Taro Shinoda, Karesansui, 2015. Commissioned by Sharjah Art Foundation. Courtesy Taka Ishii Gallery, Tokyo, and the artist. Image courtesy of Sharjah Art Foundation. Photo by Deema Shahin.
The sharp and arid landscape of Sharjah, between desert and sea, sun and shadow, provides impetus for two of the Biennial's most striking site-specific installations. In a courtyard of the Sharjah Art Foundation, Taro Shinoda has constructed a meditative karesansui, or Japanese rock garden, composed of white and black gravel framing an expanse of perfectly smooth, flat white sand. Two precisely carved depressions punctuate the plane of sand and a wooden platform offers viewers a sheltered space from which to contemplate the landscape. Nearby, Brazilian artist Cinthia Marcelle's installation, At the Risk of the Real, also hinges upon the element of desert sand, but here it is a dynamic material, rather than a silent object of meditation. Sand comes tumbling down over the heads of visitors, shaken through the mesh screens that make up an incomplete roof by the footsteps of workers on the simple wooden framework overhead.
Cinthia Marcelle, AT THE RISK OF THE REAL, 2015. Commissioned by Sharjah Art Foundation. Courtesy Galeria Vermelho, São Paulo, and the artist. Image courtesy of Sharjah Art Foundation. Photo by Shanavas Jamaluddin.
The derelict roof is somewhat of a common sight in the spaces of the Sharjah Biennial: some of the interventions by Biennial artists are serving to christen once abandoned ruins to serve as new art spaces in the city and beyond. Hassan Khan has taken over the iconic yet vacant "Flying Saucer" building in Sharjah with a colorful installation inaugurating what will become a permanent exhibition space of the Sharjah Art Foundation. And Adrián Villar Rojas's installation, evoking the cycles of death, decomposition, and rebirth, takes place in the immense abandoned Kalba Ice Factory, located about a two-hour drive from Sharjah on the opposite end of the peninsula, another space acquired by the Foundation, designated for restoration, and destined for the production and presentation of further art works.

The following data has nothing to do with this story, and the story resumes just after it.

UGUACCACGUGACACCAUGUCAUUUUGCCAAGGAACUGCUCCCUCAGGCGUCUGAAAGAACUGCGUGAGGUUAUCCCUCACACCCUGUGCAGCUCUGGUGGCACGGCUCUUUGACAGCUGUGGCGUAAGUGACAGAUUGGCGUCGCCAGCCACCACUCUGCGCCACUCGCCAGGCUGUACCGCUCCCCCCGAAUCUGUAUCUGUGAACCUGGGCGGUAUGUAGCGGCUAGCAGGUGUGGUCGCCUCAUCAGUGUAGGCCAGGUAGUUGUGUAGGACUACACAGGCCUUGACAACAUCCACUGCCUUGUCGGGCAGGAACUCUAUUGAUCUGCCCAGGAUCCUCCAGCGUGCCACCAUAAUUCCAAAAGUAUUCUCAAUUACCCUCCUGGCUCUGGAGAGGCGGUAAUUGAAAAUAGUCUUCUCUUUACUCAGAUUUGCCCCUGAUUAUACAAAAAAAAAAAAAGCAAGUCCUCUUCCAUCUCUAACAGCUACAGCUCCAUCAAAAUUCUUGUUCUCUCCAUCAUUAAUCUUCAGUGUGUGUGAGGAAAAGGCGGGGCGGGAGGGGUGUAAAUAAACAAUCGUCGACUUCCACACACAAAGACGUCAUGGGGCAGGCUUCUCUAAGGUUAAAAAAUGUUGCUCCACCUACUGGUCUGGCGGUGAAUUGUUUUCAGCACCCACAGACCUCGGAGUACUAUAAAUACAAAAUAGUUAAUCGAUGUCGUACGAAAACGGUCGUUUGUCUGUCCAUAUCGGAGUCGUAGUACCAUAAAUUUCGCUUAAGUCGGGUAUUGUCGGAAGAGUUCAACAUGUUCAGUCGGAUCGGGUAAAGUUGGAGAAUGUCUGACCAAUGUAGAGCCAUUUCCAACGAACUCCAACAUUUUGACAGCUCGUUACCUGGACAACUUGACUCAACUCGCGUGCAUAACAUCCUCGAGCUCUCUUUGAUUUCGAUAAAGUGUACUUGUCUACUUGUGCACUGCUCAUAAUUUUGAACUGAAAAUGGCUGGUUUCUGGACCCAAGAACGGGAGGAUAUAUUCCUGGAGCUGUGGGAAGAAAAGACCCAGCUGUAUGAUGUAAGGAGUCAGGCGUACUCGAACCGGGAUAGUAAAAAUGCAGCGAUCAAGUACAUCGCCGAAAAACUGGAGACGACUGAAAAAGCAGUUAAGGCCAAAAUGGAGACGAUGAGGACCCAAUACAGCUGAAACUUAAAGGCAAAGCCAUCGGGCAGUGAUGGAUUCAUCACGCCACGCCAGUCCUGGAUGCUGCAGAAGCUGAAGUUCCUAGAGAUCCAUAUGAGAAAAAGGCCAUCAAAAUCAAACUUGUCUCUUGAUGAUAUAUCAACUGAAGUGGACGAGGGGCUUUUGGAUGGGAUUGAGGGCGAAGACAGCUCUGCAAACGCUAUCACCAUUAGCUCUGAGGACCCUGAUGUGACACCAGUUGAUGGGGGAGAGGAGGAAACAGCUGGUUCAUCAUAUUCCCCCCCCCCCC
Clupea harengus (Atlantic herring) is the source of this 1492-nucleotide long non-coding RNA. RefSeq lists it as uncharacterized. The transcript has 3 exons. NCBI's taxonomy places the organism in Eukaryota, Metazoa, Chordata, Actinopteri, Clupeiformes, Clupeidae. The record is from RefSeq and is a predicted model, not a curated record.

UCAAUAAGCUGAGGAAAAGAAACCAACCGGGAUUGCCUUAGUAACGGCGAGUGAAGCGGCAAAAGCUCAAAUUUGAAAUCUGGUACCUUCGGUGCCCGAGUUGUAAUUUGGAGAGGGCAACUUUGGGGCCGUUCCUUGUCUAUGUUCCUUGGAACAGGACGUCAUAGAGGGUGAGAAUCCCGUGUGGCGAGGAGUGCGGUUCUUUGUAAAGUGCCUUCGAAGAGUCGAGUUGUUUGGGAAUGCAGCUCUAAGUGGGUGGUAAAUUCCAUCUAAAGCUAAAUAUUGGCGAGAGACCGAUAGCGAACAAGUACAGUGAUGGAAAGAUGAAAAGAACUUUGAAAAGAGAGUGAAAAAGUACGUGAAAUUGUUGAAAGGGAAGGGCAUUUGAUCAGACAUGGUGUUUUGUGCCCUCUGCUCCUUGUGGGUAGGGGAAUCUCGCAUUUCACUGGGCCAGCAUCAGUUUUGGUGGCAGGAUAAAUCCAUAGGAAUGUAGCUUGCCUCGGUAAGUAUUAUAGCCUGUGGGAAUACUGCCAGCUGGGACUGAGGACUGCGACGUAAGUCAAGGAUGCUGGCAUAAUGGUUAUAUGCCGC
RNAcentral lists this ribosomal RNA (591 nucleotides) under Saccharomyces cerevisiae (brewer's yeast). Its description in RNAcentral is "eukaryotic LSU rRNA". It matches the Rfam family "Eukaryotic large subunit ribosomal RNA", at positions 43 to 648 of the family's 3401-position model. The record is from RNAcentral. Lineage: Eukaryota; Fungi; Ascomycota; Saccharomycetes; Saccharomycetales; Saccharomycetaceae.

Hassan Khan, various works and intervention, 2014-2015. Commissioned by Sharjah Art Foundation. Courtesy Galerie Chantal Crousel, Paris and the artist. Image courtesy of Sharjah Art Foundation. Photo by Deema Shahin.
Sharjah Biennial 12, which continues until June 5, marks the most expansive edition to date, with locations spread throughout the city and into far-flung corners of the Emirate, and the Sharjah Art Foundation seems poised to continue its march further into this ancient and continually new city.
Adrián Villar Rojas, Planetarium, 2015. Commissioned by Sharjah Art Foundation. Courtesy kurimanzutto, Mexico City; Marian Goodman Gallery, New York; and the artist. Photo by Jörg Baumann © 2015 baumann fotografie frankfurt a.m.